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Summary:

Given the major hurdles media companies and consumers went through last year to get ready for the conversation to high-def signals, you woul…

"Temporarily unavailable" TV screen
photo: Lee Jordan

Given the major hurdles media companies and consumers went through last year to get ready for the conversation to high-def signals, you would have thought that most people would at least be enjoying it by this point. But a study being released later this morning by Nielsen suggests that although 56 percent of U.S. households have HD TV, only finds a slim number of users actually taking advantage of it.

Only 13 percent of total day viewing on cable and 19 percent of viewing on broadcast television is “true HD” viewing, the audience measurement company said. That means, despite the billions of dollars that was spent buying HD sets, more than 80 percent of television viewing is still a standard definition experience. Nielsen cites:

– 44 percent of homes either do not have an HD set or an HD service.
— Because most HD homes have at least one non-HD TV set, about one-third of programming is viewed on a standard set.
— And even on HD sets, about 20 percent of viewing is through non-HD feeds.
— There also might be an ethnic or racial component. The rate of adoption of HD TV showed that roughly two-thirds of Asian households are set up to watch HD TV, compared to about half of African American homes.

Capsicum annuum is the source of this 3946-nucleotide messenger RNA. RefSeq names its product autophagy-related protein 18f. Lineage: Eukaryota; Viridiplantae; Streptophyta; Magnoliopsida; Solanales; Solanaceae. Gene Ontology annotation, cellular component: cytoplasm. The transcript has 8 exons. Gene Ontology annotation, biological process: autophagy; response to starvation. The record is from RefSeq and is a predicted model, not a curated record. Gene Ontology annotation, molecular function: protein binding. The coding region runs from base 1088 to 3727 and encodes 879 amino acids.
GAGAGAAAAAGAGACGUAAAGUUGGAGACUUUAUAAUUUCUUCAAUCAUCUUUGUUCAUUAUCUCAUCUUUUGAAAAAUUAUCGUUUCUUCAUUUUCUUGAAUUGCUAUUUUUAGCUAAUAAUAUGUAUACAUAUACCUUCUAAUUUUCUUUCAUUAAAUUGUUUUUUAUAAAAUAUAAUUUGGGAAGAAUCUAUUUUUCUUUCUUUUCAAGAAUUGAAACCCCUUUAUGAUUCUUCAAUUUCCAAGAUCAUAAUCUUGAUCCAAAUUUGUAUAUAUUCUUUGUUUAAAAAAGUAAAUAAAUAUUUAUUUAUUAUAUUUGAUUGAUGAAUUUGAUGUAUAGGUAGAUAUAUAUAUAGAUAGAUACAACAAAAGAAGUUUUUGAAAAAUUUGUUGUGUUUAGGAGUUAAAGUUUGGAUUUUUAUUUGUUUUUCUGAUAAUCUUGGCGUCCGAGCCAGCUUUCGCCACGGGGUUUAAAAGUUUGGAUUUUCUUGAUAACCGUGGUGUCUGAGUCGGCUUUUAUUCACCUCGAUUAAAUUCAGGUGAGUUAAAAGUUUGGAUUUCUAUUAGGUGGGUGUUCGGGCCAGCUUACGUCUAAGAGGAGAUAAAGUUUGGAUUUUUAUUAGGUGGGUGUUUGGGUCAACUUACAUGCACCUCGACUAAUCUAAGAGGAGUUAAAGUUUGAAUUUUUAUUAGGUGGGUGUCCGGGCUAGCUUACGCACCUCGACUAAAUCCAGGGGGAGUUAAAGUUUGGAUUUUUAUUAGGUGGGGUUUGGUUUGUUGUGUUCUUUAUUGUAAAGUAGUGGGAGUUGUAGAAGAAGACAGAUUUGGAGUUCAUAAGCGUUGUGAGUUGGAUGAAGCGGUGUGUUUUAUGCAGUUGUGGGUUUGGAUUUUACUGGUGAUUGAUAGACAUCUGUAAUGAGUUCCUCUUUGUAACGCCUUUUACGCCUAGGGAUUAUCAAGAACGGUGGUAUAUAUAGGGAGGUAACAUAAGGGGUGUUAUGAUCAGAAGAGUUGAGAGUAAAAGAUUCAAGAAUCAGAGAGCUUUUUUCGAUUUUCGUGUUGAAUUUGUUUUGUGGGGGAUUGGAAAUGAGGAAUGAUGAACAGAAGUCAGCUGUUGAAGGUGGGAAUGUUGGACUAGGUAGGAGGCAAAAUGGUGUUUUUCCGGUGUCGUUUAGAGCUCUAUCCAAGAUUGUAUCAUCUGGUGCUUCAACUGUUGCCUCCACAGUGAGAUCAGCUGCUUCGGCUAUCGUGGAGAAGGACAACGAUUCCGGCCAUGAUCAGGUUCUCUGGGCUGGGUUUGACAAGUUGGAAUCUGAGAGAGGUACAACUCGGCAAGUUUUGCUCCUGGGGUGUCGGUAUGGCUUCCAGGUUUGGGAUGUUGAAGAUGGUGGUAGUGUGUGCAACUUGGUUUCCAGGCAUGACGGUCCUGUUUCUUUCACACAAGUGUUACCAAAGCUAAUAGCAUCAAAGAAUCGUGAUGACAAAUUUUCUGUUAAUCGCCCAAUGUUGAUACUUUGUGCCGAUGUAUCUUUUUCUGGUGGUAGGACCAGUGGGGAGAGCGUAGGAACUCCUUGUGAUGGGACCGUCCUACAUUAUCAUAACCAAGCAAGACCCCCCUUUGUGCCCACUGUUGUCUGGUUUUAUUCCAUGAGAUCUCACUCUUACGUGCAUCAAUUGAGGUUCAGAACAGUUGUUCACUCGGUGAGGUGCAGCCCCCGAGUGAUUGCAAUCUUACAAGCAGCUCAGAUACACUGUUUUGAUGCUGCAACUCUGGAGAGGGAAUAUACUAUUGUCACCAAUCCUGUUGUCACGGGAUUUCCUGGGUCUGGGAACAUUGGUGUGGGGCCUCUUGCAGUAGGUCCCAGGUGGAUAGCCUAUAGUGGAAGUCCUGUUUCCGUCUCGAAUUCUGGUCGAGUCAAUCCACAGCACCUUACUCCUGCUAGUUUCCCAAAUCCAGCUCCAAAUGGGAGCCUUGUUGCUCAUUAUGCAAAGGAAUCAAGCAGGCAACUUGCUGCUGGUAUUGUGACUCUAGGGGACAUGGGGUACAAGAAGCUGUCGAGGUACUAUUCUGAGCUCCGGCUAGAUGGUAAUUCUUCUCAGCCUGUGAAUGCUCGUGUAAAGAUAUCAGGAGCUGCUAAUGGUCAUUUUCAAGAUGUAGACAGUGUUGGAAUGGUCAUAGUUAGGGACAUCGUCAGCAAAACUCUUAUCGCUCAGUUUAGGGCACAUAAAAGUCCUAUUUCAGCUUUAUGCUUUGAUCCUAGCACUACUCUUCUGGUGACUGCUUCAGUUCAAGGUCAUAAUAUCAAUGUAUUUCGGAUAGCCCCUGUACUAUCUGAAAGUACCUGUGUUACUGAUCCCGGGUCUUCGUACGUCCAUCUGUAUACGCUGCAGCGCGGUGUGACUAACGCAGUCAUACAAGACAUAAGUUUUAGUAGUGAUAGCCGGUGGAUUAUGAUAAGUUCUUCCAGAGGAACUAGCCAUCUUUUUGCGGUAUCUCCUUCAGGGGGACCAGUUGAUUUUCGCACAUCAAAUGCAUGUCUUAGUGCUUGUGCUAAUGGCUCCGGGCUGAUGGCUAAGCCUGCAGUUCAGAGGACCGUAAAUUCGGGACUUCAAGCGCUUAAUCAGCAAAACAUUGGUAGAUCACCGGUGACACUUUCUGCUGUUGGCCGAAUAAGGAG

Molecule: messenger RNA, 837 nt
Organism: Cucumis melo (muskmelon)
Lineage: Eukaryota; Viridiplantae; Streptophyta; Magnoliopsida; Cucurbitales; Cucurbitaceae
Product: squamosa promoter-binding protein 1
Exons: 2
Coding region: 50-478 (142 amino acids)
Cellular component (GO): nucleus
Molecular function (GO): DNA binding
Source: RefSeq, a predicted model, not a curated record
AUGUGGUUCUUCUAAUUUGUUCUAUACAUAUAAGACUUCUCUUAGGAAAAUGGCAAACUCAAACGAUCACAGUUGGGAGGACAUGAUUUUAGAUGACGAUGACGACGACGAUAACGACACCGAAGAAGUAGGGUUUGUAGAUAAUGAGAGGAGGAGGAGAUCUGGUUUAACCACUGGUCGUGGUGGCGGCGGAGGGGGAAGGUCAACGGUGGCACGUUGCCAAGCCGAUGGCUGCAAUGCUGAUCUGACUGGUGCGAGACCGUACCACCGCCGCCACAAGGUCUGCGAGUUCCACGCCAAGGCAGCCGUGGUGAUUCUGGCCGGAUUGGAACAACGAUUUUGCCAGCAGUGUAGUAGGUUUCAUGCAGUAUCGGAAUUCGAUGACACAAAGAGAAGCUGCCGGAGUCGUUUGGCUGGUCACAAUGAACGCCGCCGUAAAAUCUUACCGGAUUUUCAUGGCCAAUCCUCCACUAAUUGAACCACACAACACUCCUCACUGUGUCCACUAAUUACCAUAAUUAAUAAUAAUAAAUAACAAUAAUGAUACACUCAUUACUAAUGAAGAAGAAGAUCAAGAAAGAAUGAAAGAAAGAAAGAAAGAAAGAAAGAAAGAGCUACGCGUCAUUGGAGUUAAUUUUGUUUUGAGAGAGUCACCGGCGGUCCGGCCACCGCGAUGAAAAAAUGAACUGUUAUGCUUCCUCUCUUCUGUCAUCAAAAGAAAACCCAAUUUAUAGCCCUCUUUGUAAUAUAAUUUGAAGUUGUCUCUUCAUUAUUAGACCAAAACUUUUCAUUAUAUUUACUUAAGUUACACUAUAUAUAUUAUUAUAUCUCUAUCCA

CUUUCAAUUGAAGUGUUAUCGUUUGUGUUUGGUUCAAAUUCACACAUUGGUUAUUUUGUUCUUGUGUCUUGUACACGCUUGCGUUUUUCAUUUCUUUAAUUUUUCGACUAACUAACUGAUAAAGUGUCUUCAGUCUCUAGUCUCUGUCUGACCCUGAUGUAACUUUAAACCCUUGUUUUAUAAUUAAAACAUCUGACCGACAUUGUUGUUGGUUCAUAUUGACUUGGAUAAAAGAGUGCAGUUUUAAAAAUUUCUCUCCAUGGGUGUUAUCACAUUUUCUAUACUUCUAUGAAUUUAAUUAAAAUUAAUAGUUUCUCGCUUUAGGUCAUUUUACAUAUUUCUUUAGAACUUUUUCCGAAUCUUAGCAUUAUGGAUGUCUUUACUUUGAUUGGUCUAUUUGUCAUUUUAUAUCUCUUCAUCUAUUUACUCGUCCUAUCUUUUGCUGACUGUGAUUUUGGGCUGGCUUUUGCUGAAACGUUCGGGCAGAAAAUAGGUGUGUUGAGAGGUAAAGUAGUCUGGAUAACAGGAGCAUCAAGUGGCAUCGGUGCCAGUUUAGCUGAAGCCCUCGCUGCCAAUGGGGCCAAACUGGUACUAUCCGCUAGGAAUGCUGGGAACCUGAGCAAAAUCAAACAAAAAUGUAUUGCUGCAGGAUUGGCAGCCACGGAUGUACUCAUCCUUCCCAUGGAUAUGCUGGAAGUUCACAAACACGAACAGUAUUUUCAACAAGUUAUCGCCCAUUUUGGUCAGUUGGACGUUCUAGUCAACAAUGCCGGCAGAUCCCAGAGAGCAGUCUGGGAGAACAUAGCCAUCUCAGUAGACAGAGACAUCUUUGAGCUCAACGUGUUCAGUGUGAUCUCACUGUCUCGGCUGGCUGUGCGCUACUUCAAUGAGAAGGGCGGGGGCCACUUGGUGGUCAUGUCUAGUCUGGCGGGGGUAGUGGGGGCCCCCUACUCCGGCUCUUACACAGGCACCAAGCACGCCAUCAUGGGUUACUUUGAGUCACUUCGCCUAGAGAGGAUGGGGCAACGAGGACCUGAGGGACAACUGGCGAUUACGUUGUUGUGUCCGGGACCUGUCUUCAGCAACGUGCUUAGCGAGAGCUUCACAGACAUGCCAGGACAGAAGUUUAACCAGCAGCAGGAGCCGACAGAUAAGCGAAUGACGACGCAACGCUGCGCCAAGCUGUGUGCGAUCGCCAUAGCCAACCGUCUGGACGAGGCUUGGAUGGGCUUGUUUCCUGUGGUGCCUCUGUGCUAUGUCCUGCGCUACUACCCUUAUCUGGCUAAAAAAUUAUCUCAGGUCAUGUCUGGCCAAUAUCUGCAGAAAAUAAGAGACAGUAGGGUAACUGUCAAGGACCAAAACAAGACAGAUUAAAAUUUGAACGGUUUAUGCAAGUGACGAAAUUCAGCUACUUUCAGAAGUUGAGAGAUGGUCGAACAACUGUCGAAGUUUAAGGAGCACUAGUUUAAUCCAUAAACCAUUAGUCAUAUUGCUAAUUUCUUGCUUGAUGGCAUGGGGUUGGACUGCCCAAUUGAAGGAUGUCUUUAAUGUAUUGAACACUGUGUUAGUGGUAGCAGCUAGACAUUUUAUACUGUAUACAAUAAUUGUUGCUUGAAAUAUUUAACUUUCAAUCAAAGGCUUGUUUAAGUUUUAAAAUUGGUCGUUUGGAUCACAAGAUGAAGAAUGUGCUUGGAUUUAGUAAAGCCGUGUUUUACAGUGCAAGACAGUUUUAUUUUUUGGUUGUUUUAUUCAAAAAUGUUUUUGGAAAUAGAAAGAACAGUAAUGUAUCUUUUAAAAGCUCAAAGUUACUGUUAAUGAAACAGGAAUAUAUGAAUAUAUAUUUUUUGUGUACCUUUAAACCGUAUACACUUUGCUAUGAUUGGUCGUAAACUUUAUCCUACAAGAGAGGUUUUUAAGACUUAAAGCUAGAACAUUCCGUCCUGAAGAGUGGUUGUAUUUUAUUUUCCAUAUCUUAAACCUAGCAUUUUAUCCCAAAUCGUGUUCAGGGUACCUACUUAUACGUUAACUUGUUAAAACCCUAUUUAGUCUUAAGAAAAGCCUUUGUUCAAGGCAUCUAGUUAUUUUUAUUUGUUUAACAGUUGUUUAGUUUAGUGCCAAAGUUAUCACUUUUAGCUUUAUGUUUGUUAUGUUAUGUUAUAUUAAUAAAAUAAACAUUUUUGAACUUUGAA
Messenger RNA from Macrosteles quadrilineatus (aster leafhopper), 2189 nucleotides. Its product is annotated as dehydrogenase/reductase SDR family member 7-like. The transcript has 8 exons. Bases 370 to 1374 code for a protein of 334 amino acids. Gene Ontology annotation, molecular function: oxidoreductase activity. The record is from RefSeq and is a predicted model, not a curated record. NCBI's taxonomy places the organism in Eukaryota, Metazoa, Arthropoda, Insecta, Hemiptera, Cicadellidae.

Please join us today, Monday, Nov. 8th, in Los Angeles at our paidContent Entertainment: The Battle for the Digital Home, as Nielsen’s Cheryl Idell will discuss the evolution of the viewer.

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  1. Here is my issue.
    I just bought my 1st HD television and…
    1. Many of the channels I typically watch don’t broadcast in HD…yet
    2. I am /was a big Tivo user and I am not willing pay an additional $300 to get an HD TIVO.
    So no Tivo has really cramped my viewing habits.

    I would prefer to watch only or mostly in HD but I am constantly amazed by how many programs, even on an HD channel, are not HD.

    So consequently I watch a lot of streamed content on my television.

  2. ALSO…Enhanced Features my cable provider touts like “Start Over” is only available on the standard definition version of a channel.

    AND television shows that are in HD during primetime are still in SD when available “on demand”.

    My comments are not about knocking my cable provider, though Time Warner Cable does does suck, but to point out that for many of us HD TV owners we are limited in ” taking advantage of” our shining, new toy.

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